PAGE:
British banks could help to boost UK’s productivity growth
British banks could help to boost the UK’s productivity growth, according to Bank of England Monetary Policy Committee (MPC) member Silvana Tenreyro.
Delivering her first public speech as an MPC member, Tenreyro said that she believes UK banks have almost recovered from the financial crisis ten years ago, which could lead to a rise in UK productivity as the finance industry’s performance starts to improve.
UK banks were a main driver of productivity growth in the UK before the financial crisis, but a chart from Tenreyro, which contained figures from the Office for National Statistics, showed that financial services has been the worst-performing sector for productivity since 2009, after the crisis hit.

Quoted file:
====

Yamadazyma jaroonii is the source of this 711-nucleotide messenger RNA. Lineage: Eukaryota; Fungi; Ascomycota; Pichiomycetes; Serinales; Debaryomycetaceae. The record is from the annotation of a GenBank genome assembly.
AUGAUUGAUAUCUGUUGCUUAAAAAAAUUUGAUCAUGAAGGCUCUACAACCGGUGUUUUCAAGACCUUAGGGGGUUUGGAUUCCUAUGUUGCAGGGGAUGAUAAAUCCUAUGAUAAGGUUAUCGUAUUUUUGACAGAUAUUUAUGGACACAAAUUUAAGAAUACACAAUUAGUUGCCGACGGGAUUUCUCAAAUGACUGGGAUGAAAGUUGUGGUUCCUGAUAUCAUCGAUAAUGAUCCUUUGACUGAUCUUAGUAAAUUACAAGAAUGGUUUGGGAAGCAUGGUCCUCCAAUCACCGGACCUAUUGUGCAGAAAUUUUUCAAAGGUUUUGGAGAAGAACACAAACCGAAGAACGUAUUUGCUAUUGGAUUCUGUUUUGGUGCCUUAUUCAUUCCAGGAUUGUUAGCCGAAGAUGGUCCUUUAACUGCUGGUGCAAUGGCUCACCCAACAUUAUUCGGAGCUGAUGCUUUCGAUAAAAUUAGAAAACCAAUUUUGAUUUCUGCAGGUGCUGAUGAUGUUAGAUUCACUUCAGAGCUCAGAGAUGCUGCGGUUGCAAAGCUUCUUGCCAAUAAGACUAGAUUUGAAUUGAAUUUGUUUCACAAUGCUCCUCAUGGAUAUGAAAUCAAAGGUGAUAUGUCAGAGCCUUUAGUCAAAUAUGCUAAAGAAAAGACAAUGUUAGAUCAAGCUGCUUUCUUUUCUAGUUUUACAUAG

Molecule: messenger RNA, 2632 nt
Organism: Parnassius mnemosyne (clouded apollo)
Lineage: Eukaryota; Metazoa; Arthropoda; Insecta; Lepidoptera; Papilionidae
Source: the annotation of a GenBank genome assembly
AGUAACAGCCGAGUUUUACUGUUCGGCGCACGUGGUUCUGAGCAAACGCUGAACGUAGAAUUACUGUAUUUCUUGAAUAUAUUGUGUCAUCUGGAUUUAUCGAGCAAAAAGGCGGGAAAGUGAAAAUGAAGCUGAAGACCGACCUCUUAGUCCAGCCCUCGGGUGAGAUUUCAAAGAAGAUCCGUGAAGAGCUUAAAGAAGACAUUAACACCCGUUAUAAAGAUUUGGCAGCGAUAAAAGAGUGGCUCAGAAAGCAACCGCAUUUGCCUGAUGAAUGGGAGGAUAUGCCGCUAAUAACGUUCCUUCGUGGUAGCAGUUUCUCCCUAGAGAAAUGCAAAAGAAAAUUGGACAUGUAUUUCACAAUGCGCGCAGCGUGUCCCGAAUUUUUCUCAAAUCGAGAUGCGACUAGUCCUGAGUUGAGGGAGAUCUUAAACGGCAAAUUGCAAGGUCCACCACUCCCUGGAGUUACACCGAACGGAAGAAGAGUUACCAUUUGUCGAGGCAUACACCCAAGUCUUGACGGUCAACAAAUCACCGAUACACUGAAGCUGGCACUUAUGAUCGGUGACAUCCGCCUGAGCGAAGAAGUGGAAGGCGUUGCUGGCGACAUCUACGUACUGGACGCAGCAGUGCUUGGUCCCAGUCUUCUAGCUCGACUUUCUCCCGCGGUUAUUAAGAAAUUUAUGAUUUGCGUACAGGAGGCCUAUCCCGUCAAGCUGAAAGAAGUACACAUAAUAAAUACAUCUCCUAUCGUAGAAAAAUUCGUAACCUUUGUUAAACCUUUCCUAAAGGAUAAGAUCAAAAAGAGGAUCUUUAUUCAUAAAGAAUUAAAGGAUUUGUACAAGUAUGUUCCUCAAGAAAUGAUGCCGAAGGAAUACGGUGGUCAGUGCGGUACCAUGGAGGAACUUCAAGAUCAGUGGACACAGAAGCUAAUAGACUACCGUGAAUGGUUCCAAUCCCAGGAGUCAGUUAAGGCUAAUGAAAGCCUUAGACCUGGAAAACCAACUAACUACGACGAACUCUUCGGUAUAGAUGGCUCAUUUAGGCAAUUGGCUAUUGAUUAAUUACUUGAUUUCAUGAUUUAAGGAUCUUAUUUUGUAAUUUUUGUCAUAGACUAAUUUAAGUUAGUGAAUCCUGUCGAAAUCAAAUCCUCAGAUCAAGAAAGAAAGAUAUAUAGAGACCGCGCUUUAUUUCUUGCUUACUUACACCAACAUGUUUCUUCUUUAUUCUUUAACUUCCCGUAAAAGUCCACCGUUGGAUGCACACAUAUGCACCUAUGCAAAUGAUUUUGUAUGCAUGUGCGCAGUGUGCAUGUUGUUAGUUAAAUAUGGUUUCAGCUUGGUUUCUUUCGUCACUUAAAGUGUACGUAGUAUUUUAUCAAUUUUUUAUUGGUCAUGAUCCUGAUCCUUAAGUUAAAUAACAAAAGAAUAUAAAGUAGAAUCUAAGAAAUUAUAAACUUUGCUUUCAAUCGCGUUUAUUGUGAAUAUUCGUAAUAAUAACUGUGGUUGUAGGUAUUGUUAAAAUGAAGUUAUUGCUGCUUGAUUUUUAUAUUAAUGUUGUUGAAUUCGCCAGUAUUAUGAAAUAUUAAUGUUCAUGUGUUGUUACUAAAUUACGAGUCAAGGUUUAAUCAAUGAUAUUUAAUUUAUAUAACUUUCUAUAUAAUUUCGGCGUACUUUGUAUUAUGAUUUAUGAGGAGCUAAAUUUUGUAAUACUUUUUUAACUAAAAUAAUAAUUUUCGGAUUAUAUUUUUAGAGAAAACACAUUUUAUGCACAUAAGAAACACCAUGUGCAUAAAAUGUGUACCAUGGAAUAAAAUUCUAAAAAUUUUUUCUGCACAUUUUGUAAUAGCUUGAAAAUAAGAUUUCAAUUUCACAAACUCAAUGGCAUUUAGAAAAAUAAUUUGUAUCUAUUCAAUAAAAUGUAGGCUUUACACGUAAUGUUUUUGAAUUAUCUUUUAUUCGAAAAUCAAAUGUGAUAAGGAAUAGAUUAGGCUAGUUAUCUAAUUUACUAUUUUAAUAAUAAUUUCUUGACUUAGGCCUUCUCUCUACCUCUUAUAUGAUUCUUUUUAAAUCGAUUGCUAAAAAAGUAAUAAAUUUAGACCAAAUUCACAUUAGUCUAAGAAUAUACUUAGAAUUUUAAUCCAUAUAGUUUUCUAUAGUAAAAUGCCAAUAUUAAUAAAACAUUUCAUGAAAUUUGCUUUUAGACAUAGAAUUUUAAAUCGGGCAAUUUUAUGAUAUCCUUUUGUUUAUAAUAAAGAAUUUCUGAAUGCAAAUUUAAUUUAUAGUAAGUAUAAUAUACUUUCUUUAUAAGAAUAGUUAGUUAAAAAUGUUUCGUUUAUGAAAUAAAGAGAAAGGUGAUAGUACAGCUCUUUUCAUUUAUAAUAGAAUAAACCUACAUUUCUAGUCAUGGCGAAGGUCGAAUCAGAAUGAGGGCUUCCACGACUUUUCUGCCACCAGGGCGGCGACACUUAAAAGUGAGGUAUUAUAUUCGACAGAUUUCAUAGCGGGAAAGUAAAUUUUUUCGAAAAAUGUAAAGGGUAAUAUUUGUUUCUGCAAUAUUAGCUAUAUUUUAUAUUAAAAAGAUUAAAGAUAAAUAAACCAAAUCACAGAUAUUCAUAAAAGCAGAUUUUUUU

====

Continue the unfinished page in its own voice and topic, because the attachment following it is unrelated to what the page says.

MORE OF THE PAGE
Whilst there has been little productivity growth in the UK over the past decade, Tenreyro was positive during her speech, stating that the drag in productivity caused by the finance sector after the crisis should disappear as deleveraging runs its course and that the UK can boost its output by establishing itself at the "technological frontier" in the future.
Tenreyro believes that the financial services sector’s performance after the financial crisis has been as poor as its performance prior to the crisis was strong and stated that the growth of credit and deposits have been weak as both banks and households have sought to deleverage.
She said that these processes have largely run their course, and looking ahead, a neutral projection might think that the finance industry’s performance begins to move in lockstep with aggregate GDP and productivity in the rest of the UK economy. She added that relative to the past few years, this would mean a boost to productivity growth.